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Permission to Stop Comparing

Posted by on Apr 20, 2013 in Creativity, Joy, Kaizen-Muse, SoulCollage, Ultimate Blog Challenge, Writing | 6 comments

Permission to Stop Comparing

Hands up, everyone who looked at a model in a magazine recently and thought, with a sigh, “I’ll never look like that.” And everyone who has walked into a friend’s house and thought, “Why can’t I get my house to look like it’s on the cover of Architectural Digest like she can?” Who has looked at a well-behaved child while yours was acting up and felt like an inferior parent. Who started writing that novel that was going to be so, so awesome and then looked at the first paragraph and realized it would never match up to Toni Morrison or David Sedaris.

Come on, get ‘em up where we can see ‘em. Yeah, just as I thought: pretty much everybody. (And if I’m being honest, my hand is up, too.)

Another question: how do you feel in those moments? Like you’re strong enough to take on the world? Or more like you’d prefer the earth to open up and swallow you whole? Uh-huh. I thought so.

Stop comparing yourself!!

I am here today to tell you that this non-stop comparison is deadly. And I do mean deadly. It will kill your creativity and your confidence deader than a can of Raid kills bugs. It will create barriers between you and the people around you. It will destroy your self-worth and erode your energy.

Everyone struggles with comparison because we’re taught to do it. When we learn to compete, we learn to check how we stack up against everyone else. Some of this sort of comparison can be good if it drives us forward, but too much of it just knocks us into the ground, reeling and unable to figure out how to get back up. (And for those who look at kids who run themselves into the ground in college or worse, and smugly say, “Eh, they just couldn’t hack it,” I can only say that they shouldn’t have to. Not unless we want to encourage self-destruction.)

Why comparison makes no sense

Part of the problem with comparison is that we don’t see the whole picture. That magazine model? Airbrushed. If you saw what she looked like pre-Photoshop, you wouldn’t feel nearly so bad about yourself. That beautiful home may be the result of a crippling case of obsessive-compulsive disorder. And that well-behaved child may turn into a complete hellion at home.

The other part of the problem with comparison is that there’s just no basis for it. So someone’s already written an epic novel about the Civil War, or written a symphony about Antarctica, or painted water lilies on a pond. Yours will be different. It can’t not be. The cool thing about art is that each of us put our own unique imprint on a subject. I’ve seen it happen many times, such as in SoulCollage® classes where everyone makes a card on the same theme. Are any two the same? Nope. Are any two even close? Nope.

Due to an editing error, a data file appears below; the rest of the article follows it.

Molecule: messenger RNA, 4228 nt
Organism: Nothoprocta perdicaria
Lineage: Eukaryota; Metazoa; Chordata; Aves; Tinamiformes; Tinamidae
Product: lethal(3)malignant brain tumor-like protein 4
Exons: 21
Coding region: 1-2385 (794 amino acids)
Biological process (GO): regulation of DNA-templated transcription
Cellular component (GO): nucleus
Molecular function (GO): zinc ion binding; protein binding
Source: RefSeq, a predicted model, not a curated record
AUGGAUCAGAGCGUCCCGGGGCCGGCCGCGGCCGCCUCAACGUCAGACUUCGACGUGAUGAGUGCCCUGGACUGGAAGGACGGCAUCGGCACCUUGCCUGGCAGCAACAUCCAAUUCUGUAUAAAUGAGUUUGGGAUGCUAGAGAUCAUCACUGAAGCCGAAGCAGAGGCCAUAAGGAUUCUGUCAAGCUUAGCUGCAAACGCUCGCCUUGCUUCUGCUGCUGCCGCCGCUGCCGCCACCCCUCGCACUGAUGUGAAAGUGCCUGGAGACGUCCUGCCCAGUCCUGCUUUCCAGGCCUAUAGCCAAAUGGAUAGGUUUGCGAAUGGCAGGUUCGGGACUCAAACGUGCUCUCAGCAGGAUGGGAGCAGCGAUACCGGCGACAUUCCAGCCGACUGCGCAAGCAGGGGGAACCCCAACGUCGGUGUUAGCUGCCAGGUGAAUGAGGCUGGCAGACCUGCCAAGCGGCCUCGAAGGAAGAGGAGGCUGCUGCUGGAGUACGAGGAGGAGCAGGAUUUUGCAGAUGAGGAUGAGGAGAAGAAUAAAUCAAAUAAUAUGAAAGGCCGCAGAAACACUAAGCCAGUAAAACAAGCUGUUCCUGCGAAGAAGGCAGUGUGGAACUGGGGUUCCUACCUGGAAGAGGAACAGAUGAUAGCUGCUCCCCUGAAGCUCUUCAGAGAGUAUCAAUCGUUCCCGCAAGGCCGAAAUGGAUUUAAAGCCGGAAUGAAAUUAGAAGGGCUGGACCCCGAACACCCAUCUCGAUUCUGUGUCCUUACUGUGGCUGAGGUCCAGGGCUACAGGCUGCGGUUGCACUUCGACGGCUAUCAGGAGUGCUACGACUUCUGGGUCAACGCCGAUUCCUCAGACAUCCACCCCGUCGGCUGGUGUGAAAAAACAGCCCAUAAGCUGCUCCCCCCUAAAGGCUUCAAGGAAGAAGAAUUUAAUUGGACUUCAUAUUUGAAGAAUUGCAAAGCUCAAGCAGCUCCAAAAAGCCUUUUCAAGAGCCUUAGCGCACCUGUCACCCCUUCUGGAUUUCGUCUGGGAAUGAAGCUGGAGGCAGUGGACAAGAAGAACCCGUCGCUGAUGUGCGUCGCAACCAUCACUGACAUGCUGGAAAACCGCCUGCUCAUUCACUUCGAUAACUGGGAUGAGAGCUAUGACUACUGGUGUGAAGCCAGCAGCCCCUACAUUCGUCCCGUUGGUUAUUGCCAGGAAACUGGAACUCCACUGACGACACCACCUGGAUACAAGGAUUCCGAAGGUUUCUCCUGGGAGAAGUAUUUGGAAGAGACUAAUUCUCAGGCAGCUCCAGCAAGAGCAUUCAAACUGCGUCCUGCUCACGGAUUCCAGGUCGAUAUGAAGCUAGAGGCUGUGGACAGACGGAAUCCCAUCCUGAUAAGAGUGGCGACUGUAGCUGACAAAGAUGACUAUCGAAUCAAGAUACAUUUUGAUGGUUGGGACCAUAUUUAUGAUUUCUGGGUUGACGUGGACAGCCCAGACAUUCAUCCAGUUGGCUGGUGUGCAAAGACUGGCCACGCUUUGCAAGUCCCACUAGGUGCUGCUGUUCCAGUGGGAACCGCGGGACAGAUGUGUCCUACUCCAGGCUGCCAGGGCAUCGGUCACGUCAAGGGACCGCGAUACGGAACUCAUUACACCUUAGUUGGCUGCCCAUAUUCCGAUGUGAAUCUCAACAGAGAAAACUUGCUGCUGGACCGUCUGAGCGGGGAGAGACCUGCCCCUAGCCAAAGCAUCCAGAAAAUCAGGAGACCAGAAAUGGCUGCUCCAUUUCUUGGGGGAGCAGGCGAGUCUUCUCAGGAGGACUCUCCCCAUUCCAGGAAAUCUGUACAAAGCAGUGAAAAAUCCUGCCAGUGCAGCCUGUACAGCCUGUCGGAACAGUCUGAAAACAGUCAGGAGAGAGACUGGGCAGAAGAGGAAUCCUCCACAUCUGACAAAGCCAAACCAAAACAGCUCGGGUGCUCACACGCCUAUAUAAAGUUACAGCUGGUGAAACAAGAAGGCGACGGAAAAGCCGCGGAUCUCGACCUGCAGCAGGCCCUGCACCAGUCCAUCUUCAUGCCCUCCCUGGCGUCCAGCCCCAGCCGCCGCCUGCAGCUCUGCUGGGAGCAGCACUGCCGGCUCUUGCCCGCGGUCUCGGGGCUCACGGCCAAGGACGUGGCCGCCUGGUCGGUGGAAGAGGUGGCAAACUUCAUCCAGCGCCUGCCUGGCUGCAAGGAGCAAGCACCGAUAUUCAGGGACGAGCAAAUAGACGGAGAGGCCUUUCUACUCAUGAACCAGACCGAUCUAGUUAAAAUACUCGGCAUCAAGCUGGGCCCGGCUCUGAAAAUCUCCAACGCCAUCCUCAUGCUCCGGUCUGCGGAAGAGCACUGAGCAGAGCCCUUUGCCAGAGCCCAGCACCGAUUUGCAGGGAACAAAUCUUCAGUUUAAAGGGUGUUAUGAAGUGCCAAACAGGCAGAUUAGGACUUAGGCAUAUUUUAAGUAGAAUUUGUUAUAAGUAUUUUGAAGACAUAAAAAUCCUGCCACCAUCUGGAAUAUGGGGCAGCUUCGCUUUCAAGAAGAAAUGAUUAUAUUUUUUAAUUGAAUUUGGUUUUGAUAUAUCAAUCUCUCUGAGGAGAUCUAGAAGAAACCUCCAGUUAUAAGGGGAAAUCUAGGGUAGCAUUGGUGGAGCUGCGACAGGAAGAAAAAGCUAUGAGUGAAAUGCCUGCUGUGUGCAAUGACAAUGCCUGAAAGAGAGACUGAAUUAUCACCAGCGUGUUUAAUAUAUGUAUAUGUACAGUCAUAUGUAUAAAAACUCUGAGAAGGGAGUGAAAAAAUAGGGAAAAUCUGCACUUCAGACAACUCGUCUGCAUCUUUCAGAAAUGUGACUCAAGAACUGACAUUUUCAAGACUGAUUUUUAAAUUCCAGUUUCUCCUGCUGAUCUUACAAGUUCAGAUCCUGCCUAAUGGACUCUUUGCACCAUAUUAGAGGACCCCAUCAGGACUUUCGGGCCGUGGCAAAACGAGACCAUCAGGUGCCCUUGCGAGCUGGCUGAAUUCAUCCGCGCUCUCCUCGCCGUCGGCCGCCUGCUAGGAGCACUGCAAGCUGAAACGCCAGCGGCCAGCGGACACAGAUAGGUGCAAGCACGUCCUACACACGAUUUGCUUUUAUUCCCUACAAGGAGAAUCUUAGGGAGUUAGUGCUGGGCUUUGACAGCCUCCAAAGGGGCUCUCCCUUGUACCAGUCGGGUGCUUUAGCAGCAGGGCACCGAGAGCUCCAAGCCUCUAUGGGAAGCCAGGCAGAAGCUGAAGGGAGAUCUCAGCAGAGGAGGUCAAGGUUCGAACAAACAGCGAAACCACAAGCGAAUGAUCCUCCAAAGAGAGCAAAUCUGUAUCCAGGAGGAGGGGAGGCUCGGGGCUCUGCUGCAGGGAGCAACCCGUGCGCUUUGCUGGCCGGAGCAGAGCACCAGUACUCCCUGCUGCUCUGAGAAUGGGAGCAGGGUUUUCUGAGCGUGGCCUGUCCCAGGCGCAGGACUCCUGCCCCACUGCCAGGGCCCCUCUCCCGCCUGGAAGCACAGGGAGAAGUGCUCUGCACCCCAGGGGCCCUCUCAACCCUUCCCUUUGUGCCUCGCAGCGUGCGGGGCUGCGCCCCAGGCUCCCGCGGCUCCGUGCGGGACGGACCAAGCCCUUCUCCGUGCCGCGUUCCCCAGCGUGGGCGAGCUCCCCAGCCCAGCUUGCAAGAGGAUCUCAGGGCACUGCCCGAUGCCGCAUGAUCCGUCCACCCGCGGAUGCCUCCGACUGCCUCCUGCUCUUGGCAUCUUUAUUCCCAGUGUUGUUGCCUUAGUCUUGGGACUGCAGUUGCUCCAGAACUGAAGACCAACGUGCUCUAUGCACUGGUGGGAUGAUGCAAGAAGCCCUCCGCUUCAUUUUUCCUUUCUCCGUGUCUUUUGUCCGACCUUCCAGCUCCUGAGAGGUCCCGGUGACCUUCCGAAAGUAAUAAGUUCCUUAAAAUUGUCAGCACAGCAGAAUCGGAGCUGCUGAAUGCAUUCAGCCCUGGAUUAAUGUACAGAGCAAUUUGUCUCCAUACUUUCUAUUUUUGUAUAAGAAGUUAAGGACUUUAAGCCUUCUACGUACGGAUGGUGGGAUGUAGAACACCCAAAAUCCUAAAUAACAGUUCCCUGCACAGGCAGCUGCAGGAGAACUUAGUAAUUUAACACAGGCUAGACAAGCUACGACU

Get out there and do your thing and be awesome and stop giving a crap how what you do measures up to anyone else. You are your own yardstick—the only one that matters. And if you need a visual reminder, I offer you this one:

1x1.trans Permission to Stop Comparing

 

Scales image courtesy www.stockmonkey.com

6 Comments

  1. The comparison trap is an evil, evil place to get caught in – thanks so much for the reminder that we can stop! Love this!
    MelAnn recently posted..Revolutionary Thoughts of SurpriseMy Profile

    • I think comparison is one of the most insidious negative forces we encounter, and we come up against it every day. We all need some good anti-comparison armor!

  2. I love the quote in the box above. That is so true. I LOATHE the magazine-image that is pushed in front of our faces all the time. It is just not realistic to look that way, and not even possible some times. Photoshop can really make miracles, not to mention liposuction, plastic surgery, etc. Thanks for this. I KNOW I shouldn’t compare myself, but it’s hard not to.
    Amy recently posted..The Liebster Award . . . drum roll, please . . .My Profile

    • It’s very hard not to, Amy, because we’re programmed to believe that we have to. I think this is the core if advertising, because if we didn’t compare ourselves to everyone else, we wouldn’t think we needed to buy so much stuff!

  3. It’s true, we do compare ourselves with all of the facades others show. It’s so self-defeating. And tiring. I think that’s why people end up loving bloggers, celebrities, YouTubers etc who show their insecurities, mistakes, etc. Being that real and sharing those bits that make you human can really take art (whatever form) to that next level.
    Tamara Woods recently posted..P is for Poetry: A to Z blogging challenge (VIDEO)My Profile

    • Tamara, I think you are absolutely on to something there! I know I always like folks who can laugh at themselves more than those who can’t. Life’s short–way too short to compare ourselves all the time!

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